* Provide donor human milk from a human milk bank if a mother is injured or unable to directly breastfeed.

* Assist mothers with re-establishing their milk production if they have already weaned their baby. This process is referred to as "relactation" and it can save lives especially in disaster areas where human milk is the most healing liquid available.

* Provide mothers with accurate information and support to continue providing their infants with the best protection of all: mother’s milk. The baseline health provided by, and the medicinal properties of, mother's milk, simply cannot be replicated.


Related Resources: 

The Infant Feeding in Emergencies Core Group has resources for mothers, caregivers and families, as well as for emergency responders and health care providers.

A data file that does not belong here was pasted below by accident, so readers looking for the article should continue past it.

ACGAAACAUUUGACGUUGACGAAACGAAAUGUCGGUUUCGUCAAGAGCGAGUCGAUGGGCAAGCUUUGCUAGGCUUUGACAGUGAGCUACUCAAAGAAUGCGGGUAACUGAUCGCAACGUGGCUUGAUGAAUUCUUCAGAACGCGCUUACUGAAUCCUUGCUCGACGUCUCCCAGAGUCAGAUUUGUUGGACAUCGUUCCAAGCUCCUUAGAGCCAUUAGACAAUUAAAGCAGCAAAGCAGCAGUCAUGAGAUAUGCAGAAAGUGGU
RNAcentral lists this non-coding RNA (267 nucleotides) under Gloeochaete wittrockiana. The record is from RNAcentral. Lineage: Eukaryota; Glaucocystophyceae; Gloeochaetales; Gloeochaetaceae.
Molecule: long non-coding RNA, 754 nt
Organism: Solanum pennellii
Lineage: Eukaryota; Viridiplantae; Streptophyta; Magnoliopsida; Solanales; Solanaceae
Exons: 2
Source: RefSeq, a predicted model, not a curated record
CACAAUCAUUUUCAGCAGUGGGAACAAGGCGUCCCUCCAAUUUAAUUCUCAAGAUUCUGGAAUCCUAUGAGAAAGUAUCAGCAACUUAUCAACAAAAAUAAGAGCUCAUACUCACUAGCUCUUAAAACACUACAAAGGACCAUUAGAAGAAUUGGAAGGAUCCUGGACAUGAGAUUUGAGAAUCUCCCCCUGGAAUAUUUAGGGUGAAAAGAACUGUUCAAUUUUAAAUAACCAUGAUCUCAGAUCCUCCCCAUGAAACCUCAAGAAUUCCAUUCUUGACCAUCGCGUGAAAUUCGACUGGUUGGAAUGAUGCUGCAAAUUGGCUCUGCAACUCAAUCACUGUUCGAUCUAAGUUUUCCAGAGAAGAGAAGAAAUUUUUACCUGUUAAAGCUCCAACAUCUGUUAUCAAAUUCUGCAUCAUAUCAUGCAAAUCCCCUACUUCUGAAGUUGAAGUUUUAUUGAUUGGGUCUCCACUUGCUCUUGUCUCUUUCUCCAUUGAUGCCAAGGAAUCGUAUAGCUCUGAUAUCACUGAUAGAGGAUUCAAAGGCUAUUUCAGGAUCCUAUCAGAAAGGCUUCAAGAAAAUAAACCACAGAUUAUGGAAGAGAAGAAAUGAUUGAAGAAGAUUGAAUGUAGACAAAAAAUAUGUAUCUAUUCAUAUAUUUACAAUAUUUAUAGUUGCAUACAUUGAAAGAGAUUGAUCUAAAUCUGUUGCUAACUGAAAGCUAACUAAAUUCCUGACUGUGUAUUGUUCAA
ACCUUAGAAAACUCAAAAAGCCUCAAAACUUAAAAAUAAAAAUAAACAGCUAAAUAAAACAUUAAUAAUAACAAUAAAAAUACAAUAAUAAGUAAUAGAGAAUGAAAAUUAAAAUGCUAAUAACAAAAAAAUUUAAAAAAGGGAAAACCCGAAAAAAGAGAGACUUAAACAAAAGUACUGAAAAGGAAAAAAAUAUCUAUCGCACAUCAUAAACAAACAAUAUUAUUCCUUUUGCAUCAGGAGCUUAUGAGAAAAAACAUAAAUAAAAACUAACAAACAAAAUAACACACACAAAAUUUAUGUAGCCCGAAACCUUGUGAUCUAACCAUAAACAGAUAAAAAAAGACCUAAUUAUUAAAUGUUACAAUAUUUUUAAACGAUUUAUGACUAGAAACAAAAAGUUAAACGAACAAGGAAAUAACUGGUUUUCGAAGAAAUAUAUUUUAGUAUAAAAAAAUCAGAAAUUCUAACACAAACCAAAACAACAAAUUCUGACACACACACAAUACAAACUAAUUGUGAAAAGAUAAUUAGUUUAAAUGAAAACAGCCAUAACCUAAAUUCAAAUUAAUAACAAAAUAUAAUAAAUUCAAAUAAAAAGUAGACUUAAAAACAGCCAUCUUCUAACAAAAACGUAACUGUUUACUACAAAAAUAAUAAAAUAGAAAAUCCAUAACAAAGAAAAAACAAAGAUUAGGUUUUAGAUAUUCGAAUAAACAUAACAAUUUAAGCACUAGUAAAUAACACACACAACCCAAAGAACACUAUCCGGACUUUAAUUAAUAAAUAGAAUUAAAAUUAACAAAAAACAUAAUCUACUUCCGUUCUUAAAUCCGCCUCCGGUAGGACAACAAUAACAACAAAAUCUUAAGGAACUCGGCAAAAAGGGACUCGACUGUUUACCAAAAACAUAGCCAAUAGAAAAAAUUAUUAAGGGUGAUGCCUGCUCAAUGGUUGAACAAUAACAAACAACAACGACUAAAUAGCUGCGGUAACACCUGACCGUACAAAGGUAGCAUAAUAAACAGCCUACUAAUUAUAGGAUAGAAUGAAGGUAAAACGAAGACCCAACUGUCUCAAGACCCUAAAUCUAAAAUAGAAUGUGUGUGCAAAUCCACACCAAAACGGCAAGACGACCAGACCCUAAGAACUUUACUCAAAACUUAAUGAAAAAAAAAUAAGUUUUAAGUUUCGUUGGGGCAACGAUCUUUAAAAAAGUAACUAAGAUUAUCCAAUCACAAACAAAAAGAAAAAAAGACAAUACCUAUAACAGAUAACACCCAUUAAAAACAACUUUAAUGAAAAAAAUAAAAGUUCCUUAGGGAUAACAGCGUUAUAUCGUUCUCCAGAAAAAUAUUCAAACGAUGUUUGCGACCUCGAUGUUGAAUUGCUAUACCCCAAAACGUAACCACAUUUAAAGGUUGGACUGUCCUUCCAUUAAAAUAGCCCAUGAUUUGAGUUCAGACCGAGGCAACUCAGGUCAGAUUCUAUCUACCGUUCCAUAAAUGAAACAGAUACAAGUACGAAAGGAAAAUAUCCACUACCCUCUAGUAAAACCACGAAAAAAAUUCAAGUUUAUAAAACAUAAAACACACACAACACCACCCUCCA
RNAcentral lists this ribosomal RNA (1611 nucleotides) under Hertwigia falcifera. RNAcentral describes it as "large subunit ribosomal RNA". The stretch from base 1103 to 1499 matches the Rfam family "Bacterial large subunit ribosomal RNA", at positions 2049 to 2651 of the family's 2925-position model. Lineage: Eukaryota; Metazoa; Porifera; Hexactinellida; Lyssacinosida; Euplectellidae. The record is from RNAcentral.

Reasons NOT to Send Formula or Breastmilk to Haiti or other Disaster Locations


Formula For Disaster [video]  

Infant Feeding in Emergencies Facebook Page

Infant and young child feeding in emergencies [Emergency Nutrition Network]

ILCA Japan Press Release [pdf]

Human Milk 4 Human Babies Japan

Human Milk 4 Human Babies Homepage

Breastfeeding Resources Page [books, websites, articles]


Tuesday, March 08, 2011

When Doctors Lost All Hope, A Mother's Love & Healing Touch Saves Her Sick Micro Preemie Baby

By Cheri Lee © 2011

Cheri and Baby Sam

When my son Sam was about 9 weeks old (-5 weeks adjusted as he was born 14 weeks premature) the chronic lung disease he suffered with had progressed to a point that doctors began serious interventions. He had been diagnosed with cytomegalovirus (CMV), a common virus that can be fatal to immune compromised people like premature babies. His oxygen saturation was dropping below a safe level for a baby of his tiny size and age. His illness was spiraling out of control, and doctors told me the next step would be to chemically paralyze him.

It is a fairly common treatment in neonatal intensive care units to use an intravenous paralytic to keep infants completely immobilized so that they can heal, or to prevent them from fighting with medical equipment like ventilators. Sam was trying to breath against the vent, which was preventing the proper exchange of oxygen.